George M. O’Brien was a Congressman from Illinois who died of prostate cancer; in 1987, the National Institutes of Health established specialized research centers in his name, and this year, the Brady Urological Institute became one of them. The Hopkins O’Brien Center, awarded a multi-million dollar grant from the National Institute of Diabetes, Digestive and Kidney Diseases, will study novel translational approaches for benign prostatic hyperplasia (BPH) and lower urinary tract symptoms in men.
The Center will focus on three main projects:
- Exploring the role of inflammation in lower urinary tract symptoms. Inflammation is known to play a central role in prostate diseases, and this project, headed by Elizabeth Platz, Sc.D., M.P.H., will examine specific inflammatory pathways, and look for new approaches to treatment.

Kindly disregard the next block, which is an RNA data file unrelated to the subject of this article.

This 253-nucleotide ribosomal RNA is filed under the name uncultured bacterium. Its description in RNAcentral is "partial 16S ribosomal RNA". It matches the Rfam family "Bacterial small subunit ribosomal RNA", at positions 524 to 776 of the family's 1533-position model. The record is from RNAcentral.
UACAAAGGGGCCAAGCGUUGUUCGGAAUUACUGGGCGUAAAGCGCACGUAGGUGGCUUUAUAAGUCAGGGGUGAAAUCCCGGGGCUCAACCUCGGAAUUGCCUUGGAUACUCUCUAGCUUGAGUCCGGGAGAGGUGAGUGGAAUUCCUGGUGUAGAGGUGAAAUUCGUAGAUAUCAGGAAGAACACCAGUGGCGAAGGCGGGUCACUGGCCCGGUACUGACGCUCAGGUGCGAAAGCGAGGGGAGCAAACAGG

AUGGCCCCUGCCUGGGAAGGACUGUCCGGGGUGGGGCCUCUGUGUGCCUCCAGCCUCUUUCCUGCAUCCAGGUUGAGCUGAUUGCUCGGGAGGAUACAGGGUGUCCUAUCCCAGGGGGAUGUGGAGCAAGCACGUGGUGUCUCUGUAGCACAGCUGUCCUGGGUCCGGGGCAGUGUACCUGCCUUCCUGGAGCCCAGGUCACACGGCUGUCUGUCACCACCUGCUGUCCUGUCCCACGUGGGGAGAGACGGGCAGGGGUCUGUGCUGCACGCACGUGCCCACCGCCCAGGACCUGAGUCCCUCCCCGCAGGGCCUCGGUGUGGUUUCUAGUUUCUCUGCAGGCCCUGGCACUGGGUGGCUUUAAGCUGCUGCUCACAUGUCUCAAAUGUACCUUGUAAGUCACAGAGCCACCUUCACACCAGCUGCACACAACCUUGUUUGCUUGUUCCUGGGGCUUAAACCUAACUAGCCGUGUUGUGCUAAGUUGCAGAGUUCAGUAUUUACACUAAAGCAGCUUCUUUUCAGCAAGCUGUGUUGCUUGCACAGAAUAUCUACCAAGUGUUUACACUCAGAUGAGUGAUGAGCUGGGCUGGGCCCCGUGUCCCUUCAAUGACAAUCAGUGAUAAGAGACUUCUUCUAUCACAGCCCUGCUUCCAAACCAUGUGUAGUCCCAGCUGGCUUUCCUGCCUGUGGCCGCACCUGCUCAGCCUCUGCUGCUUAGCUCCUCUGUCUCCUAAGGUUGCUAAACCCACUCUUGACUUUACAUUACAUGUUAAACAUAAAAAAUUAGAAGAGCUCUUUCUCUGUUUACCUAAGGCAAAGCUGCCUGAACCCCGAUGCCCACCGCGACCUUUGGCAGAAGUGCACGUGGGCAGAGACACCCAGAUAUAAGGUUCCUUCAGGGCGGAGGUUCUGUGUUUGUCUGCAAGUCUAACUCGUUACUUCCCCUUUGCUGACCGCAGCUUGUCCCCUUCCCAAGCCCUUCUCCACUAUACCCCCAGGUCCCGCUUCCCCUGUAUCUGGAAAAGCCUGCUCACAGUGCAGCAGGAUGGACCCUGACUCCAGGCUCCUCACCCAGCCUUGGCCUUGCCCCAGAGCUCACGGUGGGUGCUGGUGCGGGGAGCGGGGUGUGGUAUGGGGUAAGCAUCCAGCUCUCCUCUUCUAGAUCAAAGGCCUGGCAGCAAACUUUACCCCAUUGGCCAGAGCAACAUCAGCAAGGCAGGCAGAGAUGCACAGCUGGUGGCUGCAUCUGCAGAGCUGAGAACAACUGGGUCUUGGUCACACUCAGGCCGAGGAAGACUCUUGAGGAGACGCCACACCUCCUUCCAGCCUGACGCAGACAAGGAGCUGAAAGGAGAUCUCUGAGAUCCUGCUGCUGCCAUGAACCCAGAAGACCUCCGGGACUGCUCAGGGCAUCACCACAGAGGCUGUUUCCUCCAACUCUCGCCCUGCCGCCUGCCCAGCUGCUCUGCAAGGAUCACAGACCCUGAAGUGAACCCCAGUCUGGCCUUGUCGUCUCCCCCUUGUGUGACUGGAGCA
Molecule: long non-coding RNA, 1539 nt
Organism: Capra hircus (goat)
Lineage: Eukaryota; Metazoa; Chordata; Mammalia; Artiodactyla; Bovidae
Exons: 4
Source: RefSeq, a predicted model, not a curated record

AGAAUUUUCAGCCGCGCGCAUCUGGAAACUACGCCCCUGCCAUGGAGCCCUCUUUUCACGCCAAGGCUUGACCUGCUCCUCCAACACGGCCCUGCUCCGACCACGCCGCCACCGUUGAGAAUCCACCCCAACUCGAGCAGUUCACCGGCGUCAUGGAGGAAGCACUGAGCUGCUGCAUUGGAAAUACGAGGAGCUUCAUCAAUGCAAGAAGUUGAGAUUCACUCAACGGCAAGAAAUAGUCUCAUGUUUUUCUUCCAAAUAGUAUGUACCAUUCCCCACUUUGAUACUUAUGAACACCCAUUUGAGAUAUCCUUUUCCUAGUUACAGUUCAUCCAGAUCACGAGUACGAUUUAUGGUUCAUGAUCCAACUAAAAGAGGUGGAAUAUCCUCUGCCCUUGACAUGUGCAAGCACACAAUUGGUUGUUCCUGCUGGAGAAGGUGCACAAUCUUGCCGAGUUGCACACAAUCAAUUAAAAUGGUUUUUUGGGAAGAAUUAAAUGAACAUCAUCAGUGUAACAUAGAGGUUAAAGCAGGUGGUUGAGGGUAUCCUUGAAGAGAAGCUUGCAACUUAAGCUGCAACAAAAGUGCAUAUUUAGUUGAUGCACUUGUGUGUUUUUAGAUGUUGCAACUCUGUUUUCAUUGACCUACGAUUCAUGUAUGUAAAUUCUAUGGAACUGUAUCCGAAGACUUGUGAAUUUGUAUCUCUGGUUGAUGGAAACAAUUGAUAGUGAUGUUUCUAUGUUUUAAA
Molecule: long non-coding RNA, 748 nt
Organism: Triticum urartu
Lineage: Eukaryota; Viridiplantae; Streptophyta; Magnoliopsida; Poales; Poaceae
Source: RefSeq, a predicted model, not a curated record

- Studying a novel biomarker. A protein found in the bloodstream may help doctors with early identification of more severe BPH and lower urinary tract symptoms. The study of this marker, called JM-27, or PAGE- 4, will be headed by Robert H. Getzenberg, Ph.D., Director of Research, and the Donald S. Coffey Professor of Urology.
- Looking for genetic signatures associated with lower urinary tract symptoms. This project, the first of its kind, will be led by William Isaacs, Ph.D.
In addition to these projects, this Center will provide funds for pilot projects by scientists from Hopkins and the University of Maryland.